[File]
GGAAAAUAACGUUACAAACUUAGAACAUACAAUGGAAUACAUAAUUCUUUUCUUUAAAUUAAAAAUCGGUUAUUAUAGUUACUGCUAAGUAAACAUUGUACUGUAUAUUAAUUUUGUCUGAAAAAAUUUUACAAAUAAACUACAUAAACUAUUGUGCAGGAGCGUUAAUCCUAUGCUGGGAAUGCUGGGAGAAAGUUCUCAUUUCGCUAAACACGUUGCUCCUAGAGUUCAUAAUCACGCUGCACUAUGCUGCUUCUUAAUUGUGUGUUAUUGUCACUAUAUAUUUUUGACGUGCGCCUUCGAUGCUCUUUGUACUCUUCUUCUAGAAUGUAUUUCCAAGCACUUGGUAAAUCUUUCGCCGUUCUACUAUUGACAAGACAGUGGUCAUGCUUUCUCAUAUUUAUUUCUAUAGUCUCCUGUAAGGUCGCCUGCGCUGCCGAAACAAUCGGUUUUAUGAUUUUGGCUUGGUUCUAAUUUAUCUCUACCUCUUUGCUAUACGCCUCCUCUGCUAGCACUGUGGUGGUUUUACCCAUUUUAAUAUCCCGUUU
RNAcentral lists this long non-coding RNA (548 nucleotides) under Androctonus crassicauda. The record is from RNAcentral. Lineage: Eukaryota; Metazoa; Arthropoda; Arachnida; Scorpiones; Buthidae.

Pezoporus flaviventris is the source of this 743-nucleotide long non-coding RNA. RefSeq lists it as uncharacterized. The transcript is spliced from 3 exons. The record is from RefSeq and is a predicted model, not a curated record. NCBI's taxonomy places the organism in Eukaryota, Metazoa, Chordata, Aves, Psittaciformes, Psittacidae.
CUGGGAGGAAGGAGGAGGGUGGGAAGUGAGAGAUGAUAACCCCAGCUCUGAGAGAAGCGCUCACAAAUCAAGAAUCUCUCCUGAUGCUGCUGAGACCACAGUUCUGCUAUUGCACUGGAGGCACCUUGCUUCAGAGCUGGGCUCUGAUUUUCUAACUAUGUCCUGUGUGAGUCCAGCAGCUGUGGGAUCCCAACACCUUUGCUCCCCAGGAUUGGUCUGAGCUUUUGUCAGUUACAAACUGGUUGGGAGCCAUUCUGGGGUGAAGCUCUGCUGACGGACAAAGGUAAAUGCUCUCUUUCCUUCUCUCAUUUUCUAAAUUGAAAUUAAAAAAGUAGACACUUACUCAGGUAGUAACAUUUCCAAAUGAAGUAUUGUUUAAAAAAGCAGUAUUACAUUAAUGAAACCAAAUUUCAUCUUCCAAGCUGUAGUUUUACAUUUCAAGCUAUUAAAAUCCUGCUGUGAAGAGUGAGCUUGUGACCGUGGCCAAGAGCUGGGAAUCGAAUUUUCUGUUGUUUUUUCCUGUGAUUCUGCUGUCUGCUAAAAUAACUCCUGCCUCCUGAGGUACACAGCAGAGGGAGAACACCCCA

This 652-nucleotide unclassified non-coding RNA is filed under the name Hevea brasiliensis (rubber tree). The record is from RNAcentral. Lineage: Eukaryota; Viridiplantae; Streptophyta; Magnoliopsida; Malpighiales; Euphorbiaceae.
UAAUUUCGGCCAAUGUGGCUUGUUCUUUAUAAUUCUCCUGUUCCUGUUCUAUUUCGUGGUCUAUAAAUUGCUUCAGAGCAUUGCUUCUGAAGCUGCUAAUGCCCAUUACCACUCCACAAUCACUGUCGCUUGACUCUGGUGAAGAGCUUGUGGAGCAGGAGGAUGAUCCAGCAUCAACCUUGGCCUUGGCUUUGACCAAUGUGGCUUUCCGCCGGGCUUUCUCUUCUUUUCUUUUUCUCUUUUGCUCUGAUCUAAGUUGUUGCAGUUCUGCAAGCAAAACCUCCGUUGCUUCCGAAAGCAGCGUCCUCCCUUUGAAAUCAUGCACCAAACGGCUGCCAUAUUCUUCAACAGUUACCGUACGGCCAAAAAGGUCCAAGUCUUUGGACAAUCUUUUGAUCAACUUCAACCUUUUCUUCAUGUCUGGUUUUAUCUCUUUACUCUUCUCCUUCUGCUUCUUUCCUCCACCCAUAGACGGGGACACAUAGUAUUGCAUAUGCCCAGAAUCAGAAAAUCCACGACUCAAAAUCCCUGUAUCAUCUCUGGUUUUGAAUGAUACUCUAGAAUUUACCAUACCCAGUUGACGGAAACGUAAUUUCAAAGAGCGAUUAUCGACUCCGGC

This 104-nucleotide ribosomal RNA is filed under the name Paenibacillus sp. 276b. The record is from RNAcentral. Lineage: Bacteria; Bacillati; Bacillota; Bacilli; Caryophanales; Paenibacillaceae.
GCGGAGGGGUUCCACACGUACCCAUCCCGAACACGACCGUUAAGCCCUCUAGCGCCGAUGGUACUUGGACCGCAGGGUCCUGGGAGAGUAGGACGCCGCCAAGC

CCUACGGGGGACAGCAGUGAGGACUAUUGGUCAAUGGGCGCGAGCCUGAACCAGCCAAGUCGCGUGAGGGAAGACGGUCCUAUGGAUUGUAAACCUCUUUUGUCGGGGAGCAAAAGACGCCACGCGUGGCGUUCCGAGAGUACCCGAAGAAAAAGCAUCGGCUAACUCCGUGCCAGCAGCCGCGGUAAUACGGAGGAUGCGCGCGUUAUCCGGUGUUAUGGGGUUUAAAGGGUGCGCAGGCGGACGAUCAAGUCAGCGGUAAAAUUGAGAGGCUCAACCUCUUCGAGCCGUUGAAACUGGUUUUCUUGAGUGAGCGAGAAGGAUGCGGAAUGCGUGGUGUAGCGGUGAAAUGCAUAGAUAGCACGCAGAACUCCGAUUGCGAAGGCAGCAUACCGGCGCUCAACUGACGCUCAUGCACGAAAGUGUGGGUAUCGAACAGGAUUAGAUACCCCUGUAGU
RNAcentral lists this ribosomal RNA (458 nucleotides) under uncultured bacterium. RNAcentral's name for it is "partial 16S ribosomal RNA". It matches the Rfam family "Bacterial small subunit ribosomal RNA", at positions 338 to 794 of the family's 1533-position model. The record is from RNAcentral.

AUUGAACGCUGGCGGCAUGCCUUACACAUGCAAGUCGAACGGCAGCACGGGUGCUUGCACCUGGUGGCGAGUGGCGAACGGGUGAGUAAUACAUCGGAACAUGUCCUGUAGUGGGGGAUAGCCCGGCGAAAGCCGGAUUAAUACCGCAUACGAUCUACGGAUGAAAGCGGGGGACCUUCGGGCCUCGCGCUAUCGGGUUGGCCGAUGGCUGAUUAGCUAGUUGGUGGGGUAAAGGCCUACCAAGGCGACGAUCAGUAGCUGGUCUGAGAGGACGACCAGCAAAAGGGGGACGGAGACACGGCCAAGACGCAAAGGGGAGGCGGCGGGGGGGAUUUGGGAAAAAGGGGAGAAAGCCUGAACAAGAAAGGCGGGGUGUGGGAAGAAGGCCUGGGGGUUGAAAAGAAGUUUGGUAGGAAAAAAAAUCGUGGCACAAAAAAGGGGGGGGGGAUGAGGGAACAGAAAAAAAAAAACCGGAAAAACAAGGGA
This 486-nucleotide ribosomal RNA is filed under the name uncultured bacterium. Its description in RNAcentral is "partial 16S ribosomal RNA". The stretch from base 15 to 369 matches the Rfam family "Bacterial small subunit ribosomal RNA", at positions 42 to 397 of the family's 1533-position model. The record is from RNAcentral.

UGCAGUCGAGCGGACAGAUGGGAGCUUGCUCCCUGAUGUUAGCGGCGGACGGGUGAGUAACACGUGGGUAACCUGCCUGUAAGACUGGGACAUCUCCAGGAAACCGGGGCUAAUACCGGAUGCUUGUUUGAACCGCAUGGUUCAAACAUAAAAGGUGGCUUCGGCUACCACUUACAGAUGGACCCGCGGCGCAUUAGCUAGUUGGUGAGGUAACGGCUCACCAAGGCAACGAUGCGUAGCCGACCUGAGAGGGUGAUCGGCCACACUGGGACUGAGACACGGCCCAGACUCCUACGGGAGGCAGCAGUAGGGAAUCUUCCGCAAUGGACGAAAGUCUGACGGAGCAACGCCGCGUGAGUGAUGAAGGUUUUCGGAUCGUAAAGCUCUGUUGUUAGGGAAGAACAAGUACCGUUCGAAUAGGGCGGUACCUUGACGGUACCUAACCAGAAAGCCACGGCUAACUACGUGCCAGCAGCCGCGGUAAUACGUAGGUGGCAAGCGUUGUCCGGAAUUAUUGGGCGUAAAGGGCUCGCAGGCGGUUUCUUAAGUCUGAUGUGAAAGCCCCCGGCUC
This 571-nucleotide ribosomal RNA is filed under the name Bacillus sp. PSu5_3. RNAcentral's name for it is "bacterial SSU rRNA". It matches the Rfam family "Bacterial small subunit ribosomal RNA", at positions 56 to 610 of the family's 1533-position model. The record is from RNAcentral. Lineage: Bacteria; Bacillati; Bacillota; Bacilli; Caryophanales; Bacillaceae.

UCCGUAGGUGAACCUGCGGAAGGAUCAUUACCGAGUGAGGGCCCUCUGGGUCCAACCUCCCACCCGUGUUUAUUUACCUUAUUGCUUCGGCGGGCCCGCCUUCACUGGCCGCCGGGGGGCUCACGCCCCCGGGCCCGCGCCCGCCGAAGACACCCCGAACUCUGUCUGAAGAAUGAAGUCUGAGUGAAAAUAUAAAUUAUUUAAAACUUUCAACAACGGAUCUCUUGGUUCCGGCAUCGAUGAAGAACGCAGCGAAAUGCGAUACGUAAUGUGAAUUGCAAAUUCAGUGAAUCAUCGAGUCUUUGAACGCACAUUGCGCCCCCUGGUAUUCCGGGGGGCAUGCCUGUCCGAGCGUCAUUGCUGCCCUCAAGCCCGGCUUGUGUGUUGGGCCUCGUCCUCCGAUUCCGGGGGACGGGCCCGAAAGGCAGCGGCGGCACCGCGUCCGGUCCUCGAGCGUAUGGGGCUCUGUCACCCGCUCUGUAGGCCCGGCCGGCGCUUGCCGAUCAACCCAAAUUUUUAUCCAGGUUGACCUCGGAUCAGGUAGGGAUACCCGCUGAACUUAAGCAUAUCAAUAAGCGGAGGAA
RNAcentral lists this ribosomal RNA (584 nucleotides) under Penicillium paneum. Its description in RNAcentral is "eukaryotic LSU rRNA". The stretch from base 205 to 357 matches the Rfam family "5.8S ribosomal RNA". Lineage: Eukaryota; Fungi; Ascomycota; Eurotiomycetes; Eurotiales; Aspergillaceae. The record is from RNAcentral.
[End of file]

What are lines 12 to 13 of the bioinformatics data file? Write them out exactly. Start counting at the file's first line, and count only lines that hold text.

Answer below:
This 486-nucleotide ribosomal RNA is filed under the name uncultured bacterium. Its description in RNAcentral is "partial 16S ribosomal RNA". The stretch from base 15 to 369 matches the Rfam family "Bacterial small subunit ribosomal RNA", at positions 42 to 397 of the family's 1533-position model. The record is from RNAcentral.

UGCAGUCGAGCGGACAGAUGGGAGCUUGCUCCCUGAUGUUAGCGGCGGACGGGUGAGUAACACGUGGGUAACCUGCCUGUAAGACUGGGACAUCUCCAGGAAACCGGGGCUAAUACCGGAUGCUUGUUUGAACCGCAUGGUUCAAACAUAAAAGGUGGCUUCGGCUACCACUUACAGAUGGACCCGCGGCGCAUUAGCUAGUUGGUGAGGUAACGGCUCACCAAGGCAACGAUGCGUAGCCGACCUGAGAGGGUGAUCGGCCACACUGGGACUGAGACACGGCCCAGACUCCUACGGGAGGCAGCAGUAGGGAAUCUUCCGCAAUGGACGAAAGUCUGACGGAGCAACGCCGCGUGAGUGAUGAAGGUUUUCGGAUCGUAAAGCUCUGUUGUUAGGGAAGAACAAGUACCGUUCGAAUAGGGCGGUACCUUGACGGUACCUAACCAGAAAGCCACGGCUAACUACGUGCCAGCAGCCGCGGUAAUACGUAGGUGGCAAGCGUUGUCCGGAAUUAUUGGGCGUAAAGGGCUCGCAGGCGGUUUCUUAAGUCUGAUGUGAAAGCCCCCGGCUC